Saturday

8th May 2021

Czech leader downplays Russian bomb attack

  • Czech prime minister Andrej Babiš

The Czech government has downplayed the significance of Russia's lethal attack on a Czech weapons depot in 2014, but further retaliatory measures, including at EU level, could follow.

"It was not an act of state terrorism. [Russian] agents attacked the goods of a Bulgarian arms dealer, who probably sold them to parties fighting against Russia. The ammunition was to explode along the way [to the warehouse]," Czech prime minister and business tycoon Andrej Babiš said on TV on Monday (19 April).

Read and decide

Join EUobserver today

Become an expert on Europe

Get instant access to all articles — and 20 years of archives. 14-day free trial.

... or subscribe as a group

"But it is, of course, unacceptable that they carried out this operation here, which they messed up," he added.

He spoke following a government meeting in which he shared classified evidence from a recently completed investigation into the incident seven years ago, which killed two Czech citizens.

The pro-Russian Czech president, Miloš Zeman, a political ally of Babiš, has said nothing.

Earlier the same day, speaking at an EU foreign affairs ministers' video-conference, the Czech Republic's acting foreign minister, Jan Hamáček, did brief his peers on the attack.

He asked for EU "solidarity", which was duly expressed in two brief statements, one by EU foreign affairs chief Josep Borrell and a second one by a European Commission spokesman.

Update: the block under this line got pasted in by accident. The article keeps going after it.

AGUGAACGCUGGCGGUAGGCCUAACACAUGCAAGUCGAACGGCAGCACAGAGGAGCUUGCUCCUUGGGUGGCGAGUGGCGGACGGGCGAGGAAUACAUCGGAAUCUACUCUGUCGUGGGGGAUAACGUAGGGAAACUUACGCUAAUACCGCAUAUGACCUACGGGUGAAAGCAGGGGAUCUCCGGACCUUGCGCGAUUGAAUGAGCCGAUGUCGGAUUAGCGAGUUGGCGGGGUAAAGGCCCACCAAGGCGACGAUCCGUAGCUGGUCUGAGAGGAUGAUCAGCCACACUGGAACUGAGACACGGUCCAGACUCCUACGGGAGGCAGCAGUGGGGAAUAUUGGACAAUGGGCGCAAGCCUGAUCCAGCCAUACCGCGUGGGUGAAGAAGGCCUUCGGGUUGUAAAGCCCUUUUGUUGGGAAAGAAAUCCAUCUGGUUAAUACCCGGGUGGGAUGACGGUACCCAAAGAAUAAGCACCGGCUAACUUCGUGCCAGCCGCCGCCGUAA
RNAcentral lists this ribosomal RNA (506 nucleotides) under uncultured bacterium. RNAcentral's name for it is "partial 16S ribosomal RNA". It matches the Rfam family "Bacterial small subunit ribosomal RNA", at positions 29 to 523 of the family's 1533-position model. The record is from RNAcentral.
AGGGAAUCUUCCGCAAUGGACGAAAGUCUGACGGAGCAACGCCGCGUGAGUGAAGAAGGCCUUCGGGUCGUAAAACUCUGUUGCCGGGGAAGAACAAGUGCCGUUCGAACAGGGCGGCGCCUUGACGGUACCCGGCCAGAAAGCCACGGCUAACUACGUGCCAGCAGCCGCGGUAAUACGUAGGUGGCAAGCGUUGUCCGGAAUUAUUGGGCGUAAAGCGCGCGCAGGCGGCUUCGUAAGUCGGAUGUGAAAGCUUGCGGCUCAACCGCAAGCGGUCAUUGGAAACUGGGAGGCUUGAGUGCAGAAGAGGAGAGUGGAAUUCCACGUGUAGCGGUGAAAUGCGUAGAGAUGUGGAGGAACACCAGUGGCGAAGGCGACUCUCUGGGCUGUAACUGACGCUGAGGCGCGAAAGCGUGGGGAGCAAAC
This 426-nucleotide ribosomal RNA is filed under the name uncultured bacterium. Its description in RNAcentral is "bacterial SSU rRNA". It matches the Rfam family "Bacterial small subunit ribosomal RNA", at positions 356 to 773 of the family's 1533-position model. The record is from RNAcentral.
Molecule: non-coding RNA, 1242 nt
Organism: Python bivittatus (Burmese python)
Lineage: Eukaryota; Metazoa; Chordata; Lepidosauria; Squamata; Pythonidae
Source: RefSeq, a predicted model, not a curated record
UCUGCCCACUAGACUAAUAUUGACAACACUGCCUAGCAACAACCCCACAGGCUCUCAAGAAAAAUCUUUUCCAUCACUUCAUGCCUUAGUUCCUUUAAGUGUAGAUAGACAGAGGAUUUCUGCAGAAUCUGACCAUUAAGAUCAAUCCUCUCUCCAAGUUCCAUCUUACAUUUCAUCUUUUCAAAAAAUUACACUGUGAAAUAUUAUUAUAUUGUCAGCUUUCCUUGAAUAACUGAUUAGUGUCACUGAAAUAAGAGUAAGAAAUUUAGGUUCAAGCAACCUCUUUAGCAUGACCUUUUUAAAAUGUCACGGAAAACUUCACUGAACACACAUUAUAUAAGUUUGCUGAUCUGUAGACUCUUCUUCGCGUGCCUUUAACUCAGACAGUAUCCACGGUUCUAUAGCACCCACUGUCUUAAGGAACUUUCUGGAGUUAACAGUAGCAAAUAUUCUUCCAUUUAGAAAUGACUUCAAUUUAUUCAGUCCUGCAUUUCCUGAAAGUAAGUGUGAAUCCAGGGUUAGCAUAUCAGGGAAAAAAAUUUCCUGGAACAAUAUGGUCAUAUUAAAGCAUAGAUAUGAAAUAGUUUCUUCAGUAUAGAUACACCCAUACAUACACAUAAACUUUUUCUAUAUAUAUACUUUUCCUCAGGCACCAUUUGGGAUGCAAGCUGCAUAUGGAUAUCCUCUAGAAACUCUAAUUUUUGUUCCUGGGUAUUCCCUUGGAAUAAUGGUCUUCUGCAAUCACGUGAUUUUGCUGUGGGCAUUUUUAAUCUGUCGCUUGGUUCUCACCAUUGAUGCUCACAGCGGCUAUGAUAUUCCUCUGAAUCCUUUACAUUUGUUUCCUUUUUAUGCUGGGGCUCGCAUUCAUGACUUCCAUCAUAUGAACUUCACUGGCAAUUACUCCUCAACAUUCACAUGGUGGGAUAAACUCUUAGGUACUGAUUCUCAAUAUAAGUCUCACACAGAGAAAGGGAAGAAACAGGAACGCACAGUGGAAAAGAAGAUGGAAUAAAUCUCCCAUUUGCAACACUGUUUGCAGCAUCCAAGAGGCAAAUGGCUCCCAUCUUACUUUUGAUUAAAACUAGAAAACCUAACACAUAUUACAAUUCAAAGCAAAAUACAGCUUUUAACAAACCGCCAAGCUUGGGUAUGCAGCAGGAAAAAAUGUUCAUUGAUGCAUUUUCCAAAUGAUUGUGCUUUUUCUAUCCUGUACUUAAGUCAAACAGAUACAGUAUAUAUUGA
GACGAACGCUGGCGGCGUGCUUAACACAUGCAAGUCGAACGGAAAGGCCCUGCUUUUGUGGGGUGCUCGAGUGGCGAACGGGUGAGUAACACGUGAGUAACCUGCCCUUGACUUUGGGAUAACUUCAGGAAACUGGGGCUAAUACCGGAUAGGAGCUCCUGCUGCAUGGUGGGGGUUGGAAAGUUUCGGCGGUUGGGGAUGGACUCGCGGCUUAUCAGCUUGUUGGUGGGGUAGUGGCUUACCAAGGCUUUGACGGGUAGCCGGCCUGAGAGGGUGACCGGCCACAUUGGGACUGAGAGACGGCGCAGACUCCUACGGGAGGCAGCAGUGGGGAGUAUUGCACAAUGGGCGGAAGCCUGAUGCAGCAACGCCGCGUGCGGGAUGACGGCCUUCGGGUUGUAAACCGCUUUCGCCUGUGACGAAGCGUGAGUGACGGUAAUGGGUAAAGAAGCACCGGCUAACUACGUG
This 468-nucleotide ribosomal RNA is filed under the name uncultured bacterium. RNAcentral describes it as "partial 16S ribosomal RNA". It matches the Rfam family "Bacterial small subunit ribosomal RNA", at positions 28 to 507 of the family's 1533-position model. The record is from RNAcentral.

But according to diplomatic sources, Hamáček did not ask for any concrete actions, such as coordinated expulsions of Russian diplomats by other EU countries.

"They called for solidarity in general, not for specific measures", an EU diplomat told EUobserver.

When asked why the EU reaction had been so muted for now, the diplomat added: "Because common sense is not common practice [in Europe]".

Prague has so far expelled 18 Russian diplomats over the affair, prompting Russia to expel 20 Czech ones in revenge.

But the actions were disproportionate, given that Russia had over 120 diplomats in the Czech Republic, while the Russian move left just a handful of Czech ones in Moscow.

And for some commentators, Babiš and Hamáček's manoeuvring on Monday was because they were taken aback by Russia's firm response.

"It was an unexpected and pleasant surprise that they decided to do so [expel the 18 Russians]. And now it seems as if they are afraid of their [Russia's] vigorous approach," Petr Kolář, the Czech Republic's former ambassador to the US, told Czech media on Monday.

"I think that the way we are approaching this now embarrasses not only me and some colleagues, but also allies abroad. I think they [EU and Nato allies] expected a much more emphatic continuation of how we started," he added.

"The Czech public must also be confused," Kolář said.

The Czech side is to brief Nato ambassadors at a meeting of the allies' North Atlantic Council on Tuesday.

And for one EU diplomat, further reactions, both in the Czech Republic and in the West, could still follow.